In 1907 Hunt outlined 3 groups of cases of herpes zoster (of which he had 4 personal cases, combined with the 56 he collected from the literature, for a total of 60) (Hunt 1907a; Brody and Wilkins 1968; Lanska and Hunt 2014).

Group 1. Herpes zoster of the auricle and external canal with periauricular pain (Hunt had no cases in this group).

Group 2. Herpes zoster with facial paralysis and periauricular pain, usually with skin lesions of the auricle and external canal, or alternatively of the face, the occiput, or the neck. Hunt attributed this to “pressure of the inflamed (geniculate) ganglion, or in some cases, by a direct extension of the inflammation to the (facial) nerve” (Hunt 1907a).

Group 3. Herpes zoster with facial paralysis, periauricular pain, and auditory/vestibular symptoms, again usually with skin lesions of the auricle and external canal, or alternatively of the face, occiput, or neck. Hunt assumed in these cases “that the inflammatory process has extended to the auditory nerve which is enveloped in the same sheath, and courses in the same canal as the facial nerve” (Hunt 1907a).

Several problems are apparent with this classification (Lanska and Hunt 2014).

(1) What exactly is “Ramsay Hunt syndrome” given that there were 3 groups of cases and no defining theme? Most subsequent authors have simply considered Ramsay Hunt as herpes zoster of the auricle and external canal with facial paralysis, with or without auditory/vestibular symptoms, ie, a subset of groups 2 and 3 in which the cutaneous lesions are restricted to the auricle or external auditory canal.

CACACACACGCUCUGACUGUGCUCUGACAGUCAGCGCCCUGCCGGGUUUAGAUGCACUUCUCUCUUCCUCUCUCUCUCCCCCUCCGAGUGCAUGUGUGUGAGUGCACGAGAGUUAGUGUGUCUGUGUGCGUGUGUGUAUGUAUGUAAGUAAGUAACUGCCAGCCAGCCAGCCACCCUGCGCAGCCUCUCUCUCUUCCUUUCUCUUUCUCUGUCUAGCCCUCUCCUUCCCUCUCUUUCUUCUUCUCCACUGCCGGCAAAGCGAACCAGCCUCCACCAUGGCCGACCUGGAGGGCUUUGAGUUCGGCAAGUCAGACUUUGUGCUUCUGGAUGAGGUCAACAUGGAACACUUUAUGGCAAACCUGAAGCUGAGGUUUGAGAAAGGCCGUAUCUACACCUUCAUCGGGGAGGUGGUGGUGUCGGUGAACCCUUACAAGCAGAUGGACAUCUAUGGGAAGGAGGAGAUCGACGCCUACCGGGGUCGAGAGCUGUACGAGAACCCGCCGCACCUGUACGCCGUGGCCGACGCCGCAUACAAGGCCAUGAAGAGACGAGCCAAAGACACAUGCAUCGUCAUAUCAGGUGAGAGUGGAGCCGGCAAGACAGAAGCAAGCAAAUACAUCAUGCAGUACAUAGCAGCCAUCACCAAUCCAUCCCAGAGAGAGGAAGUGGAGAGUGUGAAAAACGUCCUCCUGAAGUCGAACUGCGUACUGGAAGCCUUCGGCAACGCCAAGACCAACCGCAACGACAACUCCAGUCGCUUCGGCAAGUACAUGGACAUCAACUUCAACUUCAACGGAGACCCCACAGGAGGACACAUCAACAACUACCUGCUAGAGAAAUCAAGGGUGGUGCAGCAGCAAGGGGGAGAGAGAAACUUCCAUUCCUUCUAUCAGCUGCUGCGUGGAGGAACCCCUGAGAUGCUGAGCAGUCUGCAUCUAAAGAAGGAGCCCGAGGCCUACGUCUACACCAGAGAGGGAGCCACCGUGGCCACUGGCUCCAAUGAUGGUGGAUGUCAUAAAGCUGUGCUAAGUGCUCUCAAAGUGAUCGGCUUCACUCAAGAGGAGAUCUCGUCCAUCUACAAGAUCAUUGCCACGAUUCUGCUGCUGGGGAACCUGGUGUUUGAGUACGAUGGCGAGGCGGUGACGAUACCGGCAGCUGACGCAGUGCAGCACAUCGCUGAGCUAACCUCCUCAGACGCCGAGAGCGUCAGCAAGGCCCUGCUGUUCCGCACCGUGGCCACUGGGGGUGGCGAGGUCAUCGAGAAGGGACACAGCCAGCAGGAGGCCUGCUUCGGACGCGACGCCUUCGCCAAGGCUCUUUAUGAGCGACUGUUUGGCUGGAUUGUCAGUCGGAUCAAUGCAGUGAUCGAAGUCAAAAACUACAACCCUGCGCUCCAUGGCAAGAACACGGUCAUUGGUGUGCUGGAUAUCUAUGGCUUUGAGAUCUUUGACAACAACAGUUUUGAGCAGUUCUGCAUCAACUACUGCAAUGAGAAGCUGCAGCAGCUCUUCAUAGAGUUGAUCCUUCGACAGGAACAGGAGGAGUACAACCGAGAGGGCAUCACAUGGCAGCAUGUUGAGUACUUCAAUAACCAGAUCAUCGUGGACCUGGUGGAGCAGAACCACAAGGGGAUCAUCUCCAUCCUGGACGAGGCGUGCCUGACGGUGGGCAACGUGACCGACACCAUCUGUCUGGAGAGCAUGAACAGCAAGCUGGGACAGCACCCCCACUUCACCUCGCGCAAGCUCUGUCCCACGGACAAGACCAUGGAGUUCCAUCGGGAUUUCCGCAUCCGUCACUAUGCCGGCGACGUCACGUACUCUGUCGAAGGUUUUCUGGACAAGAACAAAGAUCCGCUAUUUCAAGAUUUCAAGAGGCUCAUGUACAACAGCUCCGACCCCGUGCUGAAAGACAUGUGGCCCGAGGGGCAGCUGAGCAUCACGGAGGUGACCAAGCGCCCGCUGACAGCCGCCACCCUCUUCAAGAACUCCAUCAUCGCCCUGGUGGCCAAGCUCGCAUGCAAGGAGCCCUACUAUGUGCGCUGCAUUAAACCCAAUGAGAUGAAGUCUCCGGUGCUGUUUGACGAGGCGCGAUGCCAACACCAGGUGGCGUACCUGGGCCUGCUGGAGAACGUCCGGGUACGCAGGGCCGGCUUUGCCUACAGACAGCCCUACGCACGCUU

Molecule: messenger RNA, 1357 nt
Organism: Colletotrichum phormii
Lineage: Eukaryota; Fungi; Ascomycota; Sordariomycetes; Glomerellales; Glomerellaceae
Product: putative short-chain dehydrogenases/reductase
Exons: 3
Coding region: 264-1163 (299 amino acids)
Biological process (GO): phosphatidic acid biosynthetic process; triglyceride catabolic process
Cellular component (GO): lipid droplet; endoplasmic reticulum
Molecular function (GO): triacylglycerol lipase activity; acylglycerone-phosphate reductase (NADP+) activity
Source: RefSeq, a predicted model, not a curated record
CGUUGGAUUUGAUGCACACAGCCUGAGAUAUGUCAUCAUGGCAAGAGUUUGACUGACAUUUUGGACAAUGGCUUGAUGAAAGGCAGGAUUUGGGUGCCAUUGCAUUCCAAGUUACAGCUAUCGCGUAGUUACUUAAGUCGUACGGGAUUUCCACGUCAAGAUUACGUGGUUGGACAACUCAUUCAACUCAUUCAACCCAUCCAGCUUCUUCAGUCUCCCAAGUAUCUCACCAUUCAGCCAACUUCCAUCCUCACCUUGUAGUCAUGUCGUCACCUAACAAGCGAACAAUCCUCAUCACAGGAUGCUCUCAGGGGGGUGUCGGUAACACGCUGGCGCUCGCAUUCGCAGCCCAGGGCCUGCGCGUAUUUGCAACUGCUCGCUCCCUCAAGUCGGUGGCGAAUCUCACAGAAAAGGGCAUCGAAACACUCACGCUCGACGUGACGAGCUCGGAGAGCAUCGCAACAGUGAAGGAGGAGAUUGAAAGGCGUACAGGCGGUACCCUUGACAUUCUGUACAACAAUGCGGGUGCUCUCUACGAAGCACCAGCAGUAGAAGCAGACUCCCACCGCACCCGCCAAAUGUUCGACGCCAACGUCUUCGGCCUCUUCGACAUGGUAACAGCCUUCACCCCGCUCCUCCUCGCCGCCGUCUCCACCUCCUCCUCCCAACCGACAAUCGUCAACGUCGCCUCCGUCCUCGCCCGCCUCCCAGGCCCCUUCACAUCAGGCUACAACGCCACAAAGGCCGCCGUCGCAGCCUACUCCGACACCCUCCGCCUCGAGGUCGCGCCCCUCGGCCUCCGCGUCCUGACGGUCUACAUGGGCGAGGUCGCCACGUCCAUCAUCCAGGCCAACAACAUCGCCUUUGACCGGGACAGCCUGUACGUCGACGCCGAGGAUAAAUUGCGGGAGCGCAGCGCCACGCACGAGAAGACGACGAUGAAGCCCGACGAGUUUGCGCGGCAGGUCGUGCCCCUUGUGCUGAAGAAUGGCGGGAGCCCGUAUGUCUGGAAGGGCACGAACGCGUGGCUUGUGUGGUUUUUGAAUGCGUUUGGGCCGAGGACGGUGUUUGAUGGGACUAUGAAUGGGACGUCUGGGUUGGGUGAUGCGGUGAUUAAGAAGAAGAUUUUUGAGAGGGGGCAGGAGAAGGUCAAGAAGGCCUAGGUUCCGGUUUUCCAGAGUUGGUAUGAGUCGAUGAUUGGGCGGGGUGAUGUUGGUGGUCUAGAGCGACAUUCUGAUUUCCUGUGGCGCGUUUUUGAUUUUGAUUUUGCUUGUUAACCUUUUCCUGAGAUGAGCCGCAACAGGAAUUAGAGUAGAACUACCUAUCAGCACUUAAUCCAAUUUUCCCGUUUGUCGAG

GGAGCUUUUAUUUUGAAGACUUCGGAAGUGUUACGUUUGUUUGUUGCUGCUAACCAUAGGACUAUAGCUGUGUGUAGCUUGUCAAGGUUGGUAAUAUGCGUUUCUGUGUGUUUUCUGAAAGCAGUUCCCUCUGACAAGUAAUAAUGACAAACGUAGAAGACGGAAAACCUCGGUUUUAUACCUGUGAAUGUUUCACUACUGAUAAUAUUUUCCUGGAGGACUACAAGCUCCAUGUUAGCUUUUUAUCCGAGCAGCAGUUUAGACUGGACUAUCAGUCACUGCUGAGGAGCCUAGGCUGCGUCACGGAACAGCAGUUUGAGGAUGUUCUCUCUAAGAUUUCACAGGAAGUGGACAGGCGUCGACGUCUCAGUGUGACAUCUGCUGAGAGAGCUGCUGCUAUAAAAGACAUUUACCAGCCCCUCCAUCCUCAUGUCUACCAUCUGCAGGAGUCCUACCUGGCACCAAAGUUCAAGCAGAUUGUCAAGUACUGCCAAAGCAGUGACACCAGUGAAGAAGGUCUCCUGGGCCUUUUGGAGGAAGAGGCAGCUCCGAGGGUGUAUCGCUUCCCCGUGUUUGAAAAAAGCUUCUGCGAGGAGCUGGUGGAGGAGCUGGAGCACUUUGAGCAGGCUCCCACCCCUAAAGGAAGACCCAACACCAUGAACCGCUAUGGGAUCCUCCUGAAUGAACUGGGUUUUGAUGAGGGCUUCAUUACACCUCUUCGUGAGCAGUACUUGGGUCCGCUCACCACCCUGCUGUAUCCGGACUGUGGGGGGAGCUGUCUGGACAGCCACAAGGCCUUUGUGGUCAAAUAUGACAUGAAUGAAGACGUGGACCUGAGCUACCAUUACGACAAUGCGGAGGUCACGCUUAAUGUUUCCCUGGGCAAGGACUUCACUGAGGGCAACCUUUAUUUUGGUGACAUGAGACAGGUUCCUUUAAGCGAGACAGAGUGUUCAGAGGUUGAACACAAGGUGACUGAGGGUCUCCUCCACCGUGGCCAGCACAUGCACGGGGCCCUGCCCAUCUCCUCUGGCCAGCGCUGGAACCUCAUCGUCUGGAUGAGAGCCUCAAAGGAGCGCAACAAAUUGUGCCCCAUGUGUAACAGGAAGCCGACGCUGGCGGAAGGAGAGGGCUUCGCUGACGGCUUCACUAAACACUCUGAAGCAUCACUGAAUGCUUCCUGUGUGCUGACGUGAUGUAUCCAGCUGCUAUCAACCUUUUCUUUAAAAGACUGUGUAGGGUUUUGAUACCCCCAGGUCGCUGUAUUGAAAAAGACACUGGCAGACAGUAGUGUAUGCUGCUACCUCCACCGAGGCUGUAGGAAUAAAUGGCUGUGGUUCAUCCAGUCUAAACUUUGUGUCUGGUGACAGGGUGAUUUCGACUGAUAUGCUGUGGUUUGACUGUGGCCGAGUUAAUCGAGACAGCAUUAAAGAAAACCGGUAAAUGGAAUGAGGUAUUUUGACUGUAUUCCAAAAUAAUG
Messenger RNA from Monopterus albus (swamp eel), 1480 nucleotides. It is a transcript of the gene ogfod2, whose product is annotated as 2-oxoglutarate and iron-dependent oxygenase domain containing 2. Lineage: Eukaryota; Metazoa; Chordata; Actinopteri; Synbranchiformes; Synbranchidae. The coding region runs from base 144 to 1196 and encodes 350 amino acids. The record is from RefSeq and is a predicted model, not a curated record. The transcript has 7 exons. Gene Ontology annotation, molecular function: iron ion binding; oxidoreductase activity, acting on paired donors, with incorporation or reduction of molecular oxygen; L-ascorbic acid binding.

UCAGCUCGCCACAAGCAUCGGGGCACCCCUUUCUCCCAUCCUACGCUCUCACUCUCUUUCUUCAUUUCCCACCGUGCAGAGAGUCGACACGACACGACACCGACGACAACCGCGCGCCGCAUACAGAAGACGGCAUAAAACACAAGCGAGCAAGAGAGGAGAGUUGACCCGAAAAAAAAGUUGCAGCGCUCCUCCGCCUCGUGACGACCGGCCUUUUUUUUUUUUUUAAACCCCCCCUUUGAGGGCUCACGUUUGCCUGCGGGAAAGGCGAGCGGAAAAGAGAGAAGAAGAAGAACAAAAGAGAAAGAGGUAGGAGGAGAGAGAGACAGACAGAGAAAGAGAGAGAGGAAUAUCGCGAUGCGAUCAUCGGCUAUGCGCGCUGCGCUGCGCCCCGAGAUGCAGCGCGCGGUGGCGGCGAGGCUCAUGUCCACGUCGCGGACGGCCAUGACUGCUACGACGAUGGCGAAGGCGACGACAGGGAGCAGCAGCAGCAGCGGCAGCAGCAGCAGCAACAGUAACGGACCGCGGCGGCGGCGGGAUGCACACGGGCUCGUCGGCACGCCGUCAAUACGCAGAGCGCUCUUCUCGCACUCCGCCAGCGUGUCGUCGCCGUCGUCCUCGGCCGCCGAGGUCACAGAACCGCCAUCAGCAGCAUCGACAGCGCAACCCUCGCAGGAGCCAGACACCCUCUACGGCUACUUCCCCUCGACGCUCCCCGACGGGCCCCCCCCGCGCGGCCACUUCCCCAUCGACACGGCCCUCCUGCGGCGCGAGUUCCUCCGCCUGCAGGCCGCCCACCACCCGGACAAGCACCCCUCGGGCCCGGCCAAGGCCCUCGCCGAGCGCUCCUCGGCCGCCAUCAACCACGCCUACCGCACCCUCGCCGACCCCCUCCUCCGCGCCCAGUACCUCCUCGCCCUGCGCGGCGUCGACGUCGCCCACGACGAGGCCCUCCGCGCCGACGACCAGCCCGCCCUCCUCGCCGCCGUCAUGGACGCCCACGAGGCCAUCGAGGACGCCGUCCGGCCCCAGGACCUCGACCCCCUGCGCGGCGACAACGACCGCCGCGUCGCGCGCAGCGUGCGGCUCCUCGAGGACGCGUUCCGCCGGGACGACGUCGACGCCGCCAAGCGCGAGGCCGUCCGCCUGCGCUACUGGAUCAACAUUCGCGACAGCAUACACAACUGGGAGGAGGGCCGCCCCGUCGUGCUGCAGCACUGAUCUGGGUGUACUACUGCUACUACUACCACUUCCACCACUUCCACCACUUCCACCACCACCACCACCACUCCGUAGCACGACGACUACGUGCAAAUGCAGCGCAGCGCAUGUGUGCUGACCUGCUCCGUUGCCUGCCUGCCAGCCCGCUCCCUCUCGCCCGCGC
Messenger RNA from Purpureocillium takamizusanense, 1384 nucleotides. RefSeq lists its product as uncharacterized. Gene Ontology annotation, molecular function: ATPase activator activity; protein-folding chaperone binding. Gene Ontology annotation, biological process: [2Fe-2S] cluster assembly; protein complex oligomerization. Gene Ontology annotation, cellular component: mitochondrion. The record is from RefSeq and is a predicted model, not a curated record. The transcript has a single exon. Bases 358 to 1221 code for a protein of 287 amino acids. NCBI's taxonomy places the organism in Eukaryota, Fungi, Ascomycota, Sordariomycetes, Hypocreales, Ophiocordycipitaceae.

(2) If one tries to define Ramsay Hunt syndrome as “herpes zoster oticus” and by that include all cases with herpes zoster of the auricle or external auditory canal, one excludes some of what Hunt included, eg, cases of facial paralysis without skin lesions of the auricle or external canal, but with instead skin lesions of the face, occiput, or neck.

(3) Other groups of cases have subsequently been recognized that do not fit in Hunt's scheme, but seem as if they should be included, ie, (a) facial nerve paralysis due to varicella-zoster virus but without any apparent skin lesions; and (b) cranial polyneuropathy (including facial nerve paralysis) due to zoster, extending to nerves other than VII and VIII.

(4) Some authors apply Hunt's classification of cases even when the cases do not strictly meet the characteristics of the groups he described (Zhu and Pyatkevich 2014).

A modified scheme is presented below for cranial zoster, in which all of Ramsay Hunt's collected cases could be grouped, as well as subsequently identified groups such as zoster sine herpete and zoster cranial polyneuropathy that includes facial paresis.

Group 1. Herpes zoster skin lesions without neurologic manifestations, involving the head, subcategorized by dermatomal territory (or territories) involved.

Group 2. Herpes zoster cranial neuropathy (or polyneuropathy) without skin lesions, subcategorized by the cranial nerves involved.

Group 3. Herpes zoster cranial neuropathy (or polyneuropathy) with skin lesions, subcategorized by the cranial nerves and dermatomal territories involved.

However, for purposes of simplicity and for consistency with previous publications, in this article herpes zoster oticus will be considered as peripheral facial nerve impairment (motor and/or sensory) due to varicella-zoster virus, with or without associated rash, with or without associated otologic manifestations, and with or without other neurologic complications (including cranial polyneuropathy or meningitis).